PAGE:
The common theme seemed to be the combat. Others enjoyed the stalking parts, but hated when they were forced into a combat situation. Many described defeating enemies in hand to hand combat as just mashing buttons. I contrasted this to my experience, where I never button mashed, and was genuinely invested in going a step further, trying to kill every thug in one combo without getting hit, and eventually, trying to do it with lots of variety. I always felt a perfect balance of required skill and potential failure, where failure felt like my fault, and something that I could overcome (players blaming themselves is a real boon for design; maybe more on that in a future post)).
Dissecting the combat complaint, it seems safe to say that the feedback (visual feedback, the challenge, experience bonuses) they got from combat wasn't interesting or accessible enough to enjoy. Knowing where the game fell flat would be difficult to dismantle, and could vary greatly from player to player. Visual feedback, challenge, and experience bonuses are all subjective, but to make matters worse, solving combat feedback goes beyond balancing components in combat and into balancing it with stalking feedback because in the players' minds, they compete as tools for disabling opponents. (Even if (if!) the designers saw them as separated since stalking was generally for enemies with guns, and combat for melee enemies.)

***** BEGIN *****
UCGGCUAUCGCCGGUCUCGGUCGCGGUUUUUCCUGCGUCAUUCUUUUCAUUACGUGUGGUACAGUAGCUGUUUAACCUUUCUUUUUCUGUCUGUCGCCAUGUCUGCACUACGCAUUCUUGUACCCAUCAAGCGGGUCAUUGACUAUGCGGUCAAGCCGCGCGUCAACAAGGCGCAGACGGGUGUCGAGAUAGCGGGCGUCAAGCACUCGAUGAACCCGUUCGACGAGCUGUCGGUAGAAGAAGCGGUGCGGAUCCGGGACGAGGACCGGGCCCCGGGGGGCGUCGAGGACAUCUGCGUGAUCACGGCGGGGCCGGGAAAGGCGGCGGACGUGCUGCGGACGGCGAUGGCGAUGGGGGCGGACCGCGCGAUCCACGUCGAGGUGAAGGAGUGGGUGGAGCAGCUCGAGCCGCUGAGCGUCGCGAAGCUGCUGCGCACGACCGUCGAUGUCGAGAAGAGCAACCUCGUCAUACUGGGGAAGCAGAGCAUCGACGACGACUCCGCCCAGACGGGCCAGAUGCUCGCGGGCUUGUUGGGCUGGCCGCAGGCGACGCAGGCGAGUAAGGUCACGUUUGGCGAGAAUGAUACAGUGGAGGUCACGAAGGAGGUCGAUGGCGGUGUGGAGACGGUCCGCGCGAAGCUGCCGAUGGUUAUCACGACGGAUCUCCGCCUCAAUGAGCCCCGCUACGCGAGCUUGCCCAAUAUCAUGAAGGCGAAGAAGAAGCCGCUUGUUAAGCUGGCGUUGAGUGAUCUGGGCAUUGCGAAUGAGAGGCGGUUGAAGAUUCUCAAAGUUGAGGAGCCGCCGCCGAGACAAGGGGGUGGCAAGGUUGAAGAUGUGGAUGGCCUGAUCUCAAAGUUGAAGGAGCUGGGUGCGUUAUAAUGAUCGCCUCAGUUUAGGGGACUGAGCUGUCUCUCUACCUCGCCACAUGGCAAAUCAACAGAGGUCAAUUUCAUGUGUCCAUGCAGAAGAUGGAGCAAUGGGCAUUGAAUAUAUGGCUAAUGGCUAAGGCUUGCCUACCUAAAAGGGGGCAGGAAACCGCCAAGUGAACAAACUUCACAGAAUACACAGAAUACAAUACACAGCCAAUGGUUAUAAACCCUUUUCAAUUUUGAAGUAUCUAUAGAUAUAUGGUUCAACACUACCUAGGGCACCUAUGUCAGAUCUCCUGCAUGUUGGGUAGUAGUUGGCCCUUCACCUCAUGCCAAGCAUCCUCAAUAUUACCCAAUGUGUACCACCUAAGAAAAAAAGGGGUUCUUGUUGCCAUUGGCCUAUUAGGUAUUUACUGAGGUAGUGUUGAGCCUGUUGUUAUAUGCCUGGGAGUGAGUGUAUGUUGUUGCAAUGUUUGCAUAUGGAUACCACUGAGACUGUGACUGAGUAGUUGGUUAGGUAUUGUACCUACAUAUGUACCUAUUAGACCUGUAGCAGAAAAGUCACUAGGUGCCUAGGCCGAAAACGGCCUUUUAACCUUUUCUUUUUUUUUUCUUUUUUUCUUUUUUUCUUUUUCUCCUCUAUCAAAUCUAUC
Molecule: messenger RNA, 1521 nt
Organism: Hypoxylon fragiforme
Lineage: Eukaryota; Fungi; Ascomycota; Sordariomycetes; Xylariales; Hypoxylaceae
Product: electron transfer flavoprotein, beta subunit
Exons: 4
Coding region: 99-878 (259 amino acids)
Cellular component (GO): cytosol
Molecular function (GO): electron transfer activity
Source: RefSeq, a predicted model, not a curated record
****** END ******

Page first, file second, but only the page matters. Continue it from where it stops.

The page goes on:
So some toolbox (i.e., potentially bad) thoughts:
- To reduce competition between stalking and combat
- Make clearer tools for changing combat scenarios to stalking scenarios, and vice versa.
- For players that enjoy stalking more than combat
- A clearer device for getting a group of melee thugs to disperse and wander, allowing you to stalk them
- A flashbang that gives you a cleaner way to get back into stealth mode without getting shot (balance with long timer?)
- For players that enjoy combat more than stalking create clearer tools for handling guns with thugs
- Dodging leaves you invulnerable to gunfire (long enough to dodge again)
- Batarangs disable thugs with guns (they might already do this without my knowing; I noticed Batarangs prioritizing giants over normal thugs)
- Blend the experience bonus feedback between stalking and combat clearly
- If combat feedback needs improvement
- And the problem is with the challenge...
- Remove combo ruining...
- When "blue" thugs hurt you with electricity
- When "red" thugs blocks your attacks
- Or make it so you can dodge out of a committed attack (correct your mistake)
- Give more leeway (if possible, it often isn't) to counter
- And the problem is experience then separate thug-beating specialty from experience gain
- Experience gain is flat (stalk or fight, x dead thugs = y experience)
- Tie high combos and technique challenges to special in-game rewards, such as bonus Riddler content
- This puts challenge objectives into the main gameplay
- Challenge gameplay was brilliant because it taught you cool things about the game, but only once you unlocked challenges, and without main-path gameplay relevance